After Wilde's imprisonment, Shaw drafted a petition to the Home Secretary for an early release and showed it to Willie Wilde. Although Shaw and the Rev. Stewart Headlam (who had provided bail for Wilde during the trials) were prepared to sign it, Shaw warned Willie that it would be "of no use, as we were two notorious cranks, and our names alone would make the thing ridiculous and do Oscar more harm than good". When the petition received little support, it was dropped.
In July 1895, Shaw began writing a new play, later titled You Never Can Tell, which would - as Weintraub writes - "have something of Wilde in it, emanating from the very heartless play that Shaw had disliked and responding to Shaw's own sense of [Earnest's] chilly mechanical ness". Echoing Earnest, Shaw's play depicts a similar search for a father, who, however, is found in a dentist's office. Other echoes occur, as in the figure of Mrs. Clandon, who is another Lady Bracknell. But, says Weintraub, the most convincing evidence that Shaw was influenced by Earnest is that "the wordplay on earnestness is too pervasive to be coincidence".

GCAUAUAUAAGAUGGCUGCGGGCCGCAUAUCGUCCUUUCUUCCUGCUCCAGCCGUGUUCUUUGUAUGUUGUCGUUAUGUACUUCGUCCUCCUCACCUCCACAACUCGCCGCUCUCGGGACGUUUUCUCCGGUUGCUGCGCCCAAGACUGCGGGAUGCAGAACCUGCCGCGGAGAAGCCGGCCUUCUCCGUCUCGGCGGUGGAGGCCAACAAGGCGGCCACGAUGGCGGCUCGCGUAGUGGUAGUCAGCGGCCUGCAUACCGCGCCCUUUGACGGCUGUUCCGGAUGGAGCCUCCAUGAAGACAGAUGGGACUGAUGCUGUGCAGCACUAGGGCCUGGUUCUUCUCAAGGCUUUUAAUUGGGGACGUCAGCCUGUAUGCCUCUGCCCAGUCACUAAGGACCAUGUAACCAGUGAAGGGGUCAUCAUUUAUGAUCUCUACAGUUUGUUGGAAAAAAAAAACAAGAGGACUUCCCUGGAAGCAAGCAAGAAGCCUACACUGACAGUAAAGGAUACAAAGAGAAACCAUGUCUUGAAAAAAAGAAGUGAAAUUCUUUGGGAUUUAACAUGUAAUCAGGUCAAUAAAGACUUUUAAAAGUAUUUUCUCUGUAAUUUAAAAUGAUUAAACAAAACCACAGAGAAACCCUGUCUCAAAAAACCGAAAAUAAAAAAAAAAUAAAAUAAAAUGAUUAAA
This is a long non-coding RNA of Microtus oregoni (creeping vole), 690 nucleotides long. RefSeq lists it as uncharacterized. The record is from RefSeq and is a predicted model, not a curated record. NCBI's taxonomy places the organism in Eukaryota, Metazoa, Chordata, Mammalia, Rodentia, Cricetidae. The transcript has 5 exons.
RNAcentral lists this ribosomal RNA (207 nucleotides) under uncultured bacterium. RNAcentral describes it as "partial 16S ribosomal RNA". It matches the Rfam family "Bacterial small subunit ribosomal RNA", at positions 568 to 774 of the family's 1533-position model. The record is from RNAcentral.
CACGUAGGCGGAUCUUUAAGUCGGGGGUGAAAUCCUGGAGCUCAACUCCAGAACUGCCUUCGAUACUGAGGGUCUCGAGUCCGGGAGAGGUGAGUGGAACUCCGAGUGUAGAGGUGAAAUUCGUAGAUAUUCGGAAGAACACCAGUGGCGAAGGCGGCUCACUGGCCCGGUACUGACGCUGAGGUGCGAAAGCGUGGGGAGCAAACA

Though the press adopted a policy of not mentioning Wilde during his imprisonment, Shaw alluded to him in several drama reviews. In the Saturday Review (17 Oct. 1896), for example, while judging a minor play, Shaw remarked on the superiority of Wilde's comedies: "...Mr. Wilde has creative imagination, philosophic humour, and original wit, besides being a master of language". When the Academy (6 Nov. 1897) suggested the founding of an academy of letters and listed forty possible nominees as "Immortals," Shaw protested in a letter to the editor on 13 November that the "only dramatist, besides Mr. Henry James, whose nomination could be justified is Mr. Oscar Wilde" (H. G. Wells also proposed Wilde for the academy, which never materialized).
When The Ballad of Reading Gaol was published, Wilde sent Shaw an inscribed copy from Paris, but their relationship had ended with the trials. In 1905, when Wilde's prison letter appeared as De Profundis in a cut version, Robert Ross sent a copy to Shaw, who wrote to thank him:
It is really an extraordinary book, quite exhalerating and amusing as to Wilde himself, and quite disgraceful & shameful to his stupid tormentors. There is pain in it, inconvenience, annoyance, but no unhappiness, no real tragedy, all comedy. The unquenchable spirit of the man is magnificent: he maintains his position & puts society squalidly in the wrong - rubs into them every insult & humiliation he endured - comes out the same man he went in - with stupendous success.